1: What is the name of the character that Jason Schwartzman plays on the series "Bored to Death"? Hint: It is the same name as the creator of the series

2: In the series "Bored to Death", is Jonathan Ames' wine of choice red, white or rose?
Answer:

3: What are the 3 main white varietals grown in Bordeaux, France?

Submit your answers HERE along with your full name, age and email address (Please don't reply on the blog). Winners will be emailed a confirmation with all event details. You must be over 21 to participate.



If you can't make it to the event, drop into Pourtal anytime this month for a chance to win a free case of wine by partaking in the "Bored to Death" Wine Detective Challenge Blind Tasting Tour.

That's right, we are doing our next theme BLIND. You'll have the opportunity to guess the varietal for each of the 8 wines and enter to win a case of "Bored to Death" Chardonnay!

Wednesday, September 08, 2010

New in Silver Lake, Los Feliz and Echo Park: K2, Papa's Place and soon, Sunset Beer

It's not a mountain peak, just a mountain of hash browns: K2 as in Kokomo 2 has (finally!) opened on Sunset in the old EatWell space. For the old-old timers, back in the 80s this spot was home to Seafood Bay, a bargain-priced chowder and fish house. Here's a report from EaterLA, but for the record, I am way not into the SiLa moniker for Silver Lake. What's next, EcPa? LoFe? Expect Kokomo's giant salads, hearty breakfasts and satisfying sandwiches, some with a vaguely Cajun twist like the reliable blackened catfish sandwich.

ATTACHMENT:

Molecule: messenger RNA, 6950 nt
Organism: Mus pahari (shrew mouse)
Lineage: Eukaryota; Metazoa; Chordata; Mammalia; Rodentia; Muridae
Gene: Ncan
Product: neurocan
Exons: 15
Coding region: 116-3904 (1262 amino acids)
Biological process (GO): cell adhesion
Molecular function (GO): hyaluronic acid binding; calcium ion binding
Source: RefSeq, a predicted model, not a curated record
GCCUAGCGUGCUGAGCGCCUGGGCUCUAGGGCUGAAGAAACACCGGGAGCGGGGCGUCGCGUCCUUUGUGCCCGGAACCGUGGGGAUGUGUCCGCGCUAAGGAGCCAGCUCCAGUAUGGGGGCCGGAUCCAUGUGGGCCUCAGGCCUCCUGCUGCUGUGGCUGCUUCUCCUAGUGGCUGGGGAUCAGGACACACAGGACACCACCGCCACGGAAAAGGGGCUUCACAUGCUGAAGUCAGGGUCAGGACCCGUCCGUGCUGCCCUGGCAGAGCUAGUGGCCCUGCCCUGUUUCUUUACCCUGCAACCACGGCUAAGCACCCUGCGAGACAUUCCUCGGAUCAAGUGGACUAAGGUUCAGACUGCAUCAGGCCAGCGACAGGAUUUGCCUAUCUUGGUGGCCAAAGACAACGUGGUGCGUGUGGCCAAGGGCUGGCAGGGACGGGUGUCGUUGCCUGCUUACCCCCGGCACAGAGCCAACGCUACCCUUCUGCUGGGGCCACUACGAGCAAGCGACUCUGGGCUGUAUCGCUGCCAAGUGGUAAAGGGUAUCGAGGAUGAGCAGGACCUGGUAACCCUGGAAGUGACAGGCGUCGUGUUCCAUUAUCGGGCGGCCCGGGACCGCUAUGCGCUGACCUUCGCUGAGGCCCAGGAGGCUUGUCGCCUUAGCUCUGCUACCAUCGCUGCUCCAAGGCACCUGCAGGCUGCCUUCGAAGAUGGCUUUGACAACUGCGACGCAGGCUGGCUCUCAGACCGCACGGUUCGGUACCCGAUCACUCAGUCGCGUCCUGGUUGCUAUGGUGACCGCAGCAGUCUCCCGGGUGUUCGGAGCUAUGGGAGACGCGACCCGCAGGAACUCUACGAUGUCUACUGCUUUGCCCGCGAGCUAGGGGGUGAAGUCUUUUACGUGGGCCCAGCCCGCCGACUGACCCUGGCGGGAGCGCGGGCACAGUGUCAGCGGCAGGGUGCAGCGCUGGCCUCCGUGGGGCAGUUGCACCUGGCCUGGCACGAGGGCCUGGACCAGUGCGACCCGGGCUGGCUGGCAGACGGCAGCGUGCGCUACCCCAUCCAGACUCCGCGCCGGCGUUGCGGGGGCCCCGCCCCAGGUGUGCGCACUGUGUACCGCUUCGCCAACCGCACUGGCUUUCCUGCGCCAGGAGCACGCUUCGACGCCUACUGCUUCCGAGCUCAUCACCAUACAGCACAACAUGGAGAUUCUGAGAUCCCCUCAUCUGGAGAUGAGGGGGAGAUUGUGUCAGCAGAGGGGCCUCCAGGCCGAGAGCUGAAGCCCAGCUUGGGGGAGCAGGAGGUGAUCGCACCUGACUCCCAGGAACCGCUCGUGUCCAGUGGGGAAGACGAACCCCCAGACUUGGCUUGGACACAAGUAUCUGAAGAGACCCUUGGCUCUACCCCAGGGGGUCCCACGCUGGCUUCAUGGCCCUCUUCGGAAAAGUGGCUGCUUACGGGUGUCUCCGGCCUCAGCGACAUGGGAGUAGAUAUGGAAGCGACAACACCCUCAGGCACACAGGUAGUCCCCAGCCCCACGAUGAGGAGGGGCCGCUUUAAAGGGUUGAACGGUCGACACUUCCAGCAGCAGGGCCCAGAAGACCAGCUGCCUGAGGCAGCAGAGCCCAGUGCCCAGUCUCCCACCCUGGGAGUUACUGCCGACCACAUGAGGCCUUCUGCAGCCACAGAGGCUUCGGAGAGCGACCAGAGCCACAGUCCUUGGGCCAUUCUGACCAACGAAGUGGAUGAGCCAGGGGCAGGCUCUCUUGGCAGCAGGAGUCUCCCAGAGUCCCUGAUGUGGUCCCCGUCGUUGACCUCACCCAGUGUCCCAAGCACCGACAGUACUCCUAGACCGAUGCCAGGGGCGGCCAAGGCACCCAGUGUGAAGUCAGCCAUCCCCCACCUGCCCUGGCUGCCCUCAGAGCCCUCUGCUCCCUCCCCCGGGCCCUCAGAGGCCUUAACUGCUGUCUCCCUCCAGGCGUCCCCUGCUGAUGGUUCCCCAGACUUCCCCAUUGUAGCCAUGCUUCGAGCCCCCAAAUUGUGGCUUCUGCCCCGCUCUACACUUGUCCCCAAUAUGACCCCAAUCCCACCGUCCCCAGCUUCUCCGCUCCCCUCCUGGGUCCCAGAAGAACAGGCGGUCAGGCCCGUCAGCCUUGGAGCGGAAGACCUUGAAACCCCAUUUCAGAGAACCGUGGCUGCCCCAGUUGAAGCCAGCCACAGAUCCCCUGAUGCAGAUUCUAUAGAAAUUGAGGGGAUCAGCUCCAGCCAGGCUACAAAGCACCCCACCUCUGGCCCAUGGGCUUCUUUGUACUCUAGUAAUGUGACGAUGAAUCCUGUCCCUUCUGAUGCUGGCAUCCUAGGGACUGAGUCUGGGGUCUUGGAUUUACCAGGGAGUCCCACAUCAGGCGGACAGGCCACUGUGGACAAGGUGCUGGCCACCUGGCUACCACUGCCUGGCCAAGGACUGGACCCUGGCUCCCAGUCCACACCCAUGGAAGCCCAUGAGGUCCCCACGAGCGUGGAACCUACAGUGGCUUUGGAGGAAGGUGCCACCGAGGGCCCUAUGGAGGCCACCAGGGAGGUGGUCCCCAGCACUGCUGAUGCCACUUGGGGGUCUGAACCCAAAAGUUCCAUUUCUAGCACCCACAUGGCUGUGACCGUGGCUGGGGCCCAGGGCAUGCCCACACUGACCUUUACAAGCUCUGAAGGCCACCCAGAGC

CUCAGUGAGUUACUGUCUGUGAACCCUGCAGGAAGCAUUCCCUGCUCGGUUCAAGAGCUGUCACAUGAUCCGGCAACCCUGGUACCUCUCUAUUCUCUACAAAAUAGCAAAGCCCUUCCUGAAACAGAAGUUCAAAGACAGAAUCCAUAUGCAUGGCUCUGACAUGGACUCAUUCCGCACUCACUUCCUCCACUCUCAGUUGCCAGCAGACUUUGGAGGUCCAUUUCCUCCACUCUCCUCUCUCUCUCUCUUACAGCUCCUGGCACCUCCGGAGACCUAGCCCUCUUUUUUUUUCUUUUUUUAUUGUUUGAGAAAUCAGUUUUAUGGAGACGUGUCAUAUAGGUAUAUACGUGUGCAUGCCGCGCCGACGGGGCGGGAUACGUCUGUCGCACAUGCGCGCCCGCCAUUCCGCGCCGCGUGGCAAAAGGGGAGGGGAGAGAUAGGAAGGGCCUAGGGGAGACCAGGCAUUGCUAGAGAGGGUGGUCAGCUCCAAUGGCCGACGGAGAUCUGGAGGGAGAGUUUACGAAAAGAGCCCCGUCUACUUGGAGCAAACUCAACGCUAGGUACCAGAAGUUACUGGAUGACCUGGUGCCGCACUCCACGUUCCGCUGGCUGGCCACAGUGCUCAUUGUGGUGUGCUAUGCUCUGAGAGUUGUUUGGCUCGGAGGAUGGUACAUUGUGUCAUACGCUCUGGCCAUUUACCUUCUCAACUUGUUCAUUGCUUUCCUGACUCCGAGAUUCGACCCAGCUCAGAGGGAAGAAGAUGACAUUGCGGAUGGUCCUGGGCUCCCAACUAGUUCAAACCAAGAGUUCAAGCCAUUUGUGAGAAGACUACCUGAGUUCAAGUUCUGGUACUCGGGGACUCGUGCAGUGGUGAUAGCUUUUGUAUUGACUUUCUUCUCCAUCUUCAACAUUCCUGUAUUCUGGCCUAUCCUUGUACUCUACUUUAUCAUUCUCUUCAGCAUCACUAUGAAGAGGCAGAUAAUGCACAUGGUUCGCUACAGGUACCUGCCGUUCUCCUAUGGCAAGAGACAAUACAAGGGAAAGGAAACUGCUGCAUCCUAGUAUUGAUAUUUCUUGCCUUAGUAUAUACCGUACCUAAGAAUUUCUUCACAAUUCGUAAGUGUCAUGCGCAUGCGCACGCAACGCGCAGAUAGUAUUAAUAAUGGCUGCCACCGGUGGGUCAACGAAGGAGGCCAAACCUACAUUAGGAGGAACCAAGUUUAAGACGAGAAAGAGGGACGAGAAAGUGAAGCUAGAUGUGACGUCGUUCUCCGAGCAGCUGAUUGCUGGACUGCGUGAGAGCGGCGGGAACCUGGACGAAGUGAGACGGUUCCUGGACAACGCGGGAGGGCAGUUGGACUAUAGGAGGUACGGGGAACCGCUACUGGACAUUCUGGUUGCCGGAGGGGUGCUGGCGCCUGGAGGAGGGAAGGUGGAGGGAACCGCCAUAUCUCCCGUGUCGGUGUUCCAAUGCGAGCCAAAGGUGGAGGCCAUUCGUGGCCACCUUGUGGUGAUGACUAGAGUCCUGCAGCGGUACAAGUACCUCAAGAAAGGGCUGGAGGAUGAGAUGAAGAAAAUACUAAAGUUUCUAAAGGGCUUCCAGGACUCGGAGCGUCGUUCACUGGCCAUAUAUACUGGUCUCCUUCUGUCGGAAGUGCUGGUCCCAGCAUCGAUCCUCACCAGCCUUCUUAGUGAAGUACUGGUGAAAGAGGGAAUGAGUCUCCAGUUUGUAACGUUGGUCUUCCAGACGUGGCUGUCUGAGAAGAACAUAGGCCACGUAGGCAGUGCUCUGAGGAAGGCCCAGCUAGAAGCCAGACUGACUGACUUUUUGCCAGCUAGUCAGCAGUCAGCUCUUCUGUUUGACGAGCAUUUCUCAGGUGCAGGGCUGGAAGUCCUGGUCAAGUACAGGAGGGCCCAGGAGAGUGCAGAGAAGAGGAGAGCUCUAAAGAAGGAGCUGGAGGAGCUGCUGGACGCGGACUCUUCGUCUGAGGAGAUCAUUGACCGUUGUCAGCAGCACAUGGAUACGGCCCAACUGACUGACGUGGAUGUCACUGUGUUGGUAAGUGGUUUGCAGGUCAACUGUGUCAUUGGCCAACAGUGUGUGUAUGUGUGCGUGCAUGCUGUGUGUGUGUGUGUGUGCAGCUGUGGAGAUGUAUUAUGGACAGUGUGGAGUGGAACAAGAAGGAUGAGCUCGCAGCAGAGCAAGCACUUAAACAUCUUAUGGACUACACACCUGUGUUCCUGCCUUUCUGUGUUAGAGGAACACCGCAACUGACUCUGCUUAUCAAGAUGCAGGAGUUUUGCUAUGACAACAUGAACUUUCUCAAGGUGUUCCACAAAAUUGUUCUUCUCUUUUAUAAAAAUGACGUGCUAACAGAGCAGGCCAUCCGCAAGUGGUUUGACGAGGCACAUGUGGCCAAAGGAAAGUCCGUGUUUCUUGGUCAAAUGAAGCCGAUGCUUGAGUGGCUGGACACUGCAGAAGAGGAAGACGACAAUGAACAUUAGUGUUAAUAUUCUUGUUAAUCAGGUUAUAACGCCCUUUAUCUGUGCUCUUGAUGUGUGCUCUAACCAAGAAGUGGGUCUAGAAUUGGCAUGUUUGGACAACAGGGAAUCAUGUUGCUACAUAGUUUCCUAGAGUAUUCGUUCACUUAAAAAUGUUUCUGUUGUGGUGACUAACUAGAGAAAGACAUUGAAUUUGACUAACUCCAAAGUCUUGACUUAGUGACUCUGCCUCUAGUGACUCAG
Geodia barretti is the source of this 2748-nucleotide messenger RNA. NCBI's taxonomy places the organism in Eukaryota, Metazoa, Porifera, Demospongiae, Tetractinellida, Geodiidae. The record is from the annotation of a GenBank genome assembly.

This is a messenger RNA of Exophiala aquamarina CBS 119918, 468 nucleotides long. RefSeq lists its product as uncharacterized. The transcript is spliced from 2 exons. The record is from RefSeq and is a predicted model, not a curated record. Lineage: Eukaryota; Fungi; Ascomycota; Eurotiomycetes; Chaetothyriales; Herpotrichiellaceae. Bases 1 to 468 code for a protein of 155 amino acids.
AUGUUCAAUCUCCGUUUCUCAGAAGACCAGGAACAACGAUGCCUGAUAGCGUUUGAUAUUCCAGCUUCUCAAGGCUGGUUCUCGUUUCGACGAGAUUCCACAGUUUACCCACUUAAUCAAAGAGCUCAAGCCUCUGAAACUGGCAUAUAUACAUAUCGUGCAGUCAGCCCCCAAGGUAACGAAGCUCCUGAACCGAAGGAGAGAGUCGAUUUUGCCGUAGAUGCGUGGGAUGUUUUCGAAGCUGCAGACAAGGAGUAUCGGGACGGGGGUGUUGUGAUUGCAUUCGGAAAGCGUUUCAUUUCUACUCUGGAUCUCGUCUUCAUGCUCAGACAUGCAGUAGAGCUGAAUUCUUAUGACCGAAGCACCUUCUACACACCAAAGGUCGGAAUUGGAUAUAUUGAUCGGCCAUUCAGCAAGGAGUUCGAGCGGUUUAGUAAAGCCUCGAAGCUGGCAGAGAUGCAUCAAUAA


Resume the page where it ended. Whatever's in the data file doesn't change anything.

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Papa's Place is now open on Hillhurst with an intriguing mix of Turkish and German sandwiches, sausages and salads. Bratwurst and tabbouleh, anyone? Here's a preview from UrbanDaddy; not much news yet from people who have actually eaten there. It's always good to see another reasonably-priced option in the neighborhood.
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Here's some more great news for Echo Parkians -- as if Cookbook weren't cool enough, now Sunset Beer will open early next year in the mini-mall opposite A Grocery Warehouse, reports the EastsiderLA. It's owned by the folks from Eagle Rock's popular Colorado Wine and aims to eventually have a tasting room and store with 1,000 bottles of craft beer. And if you want to argue about public drunkenness, head over to the comments section of the Eastsider blog.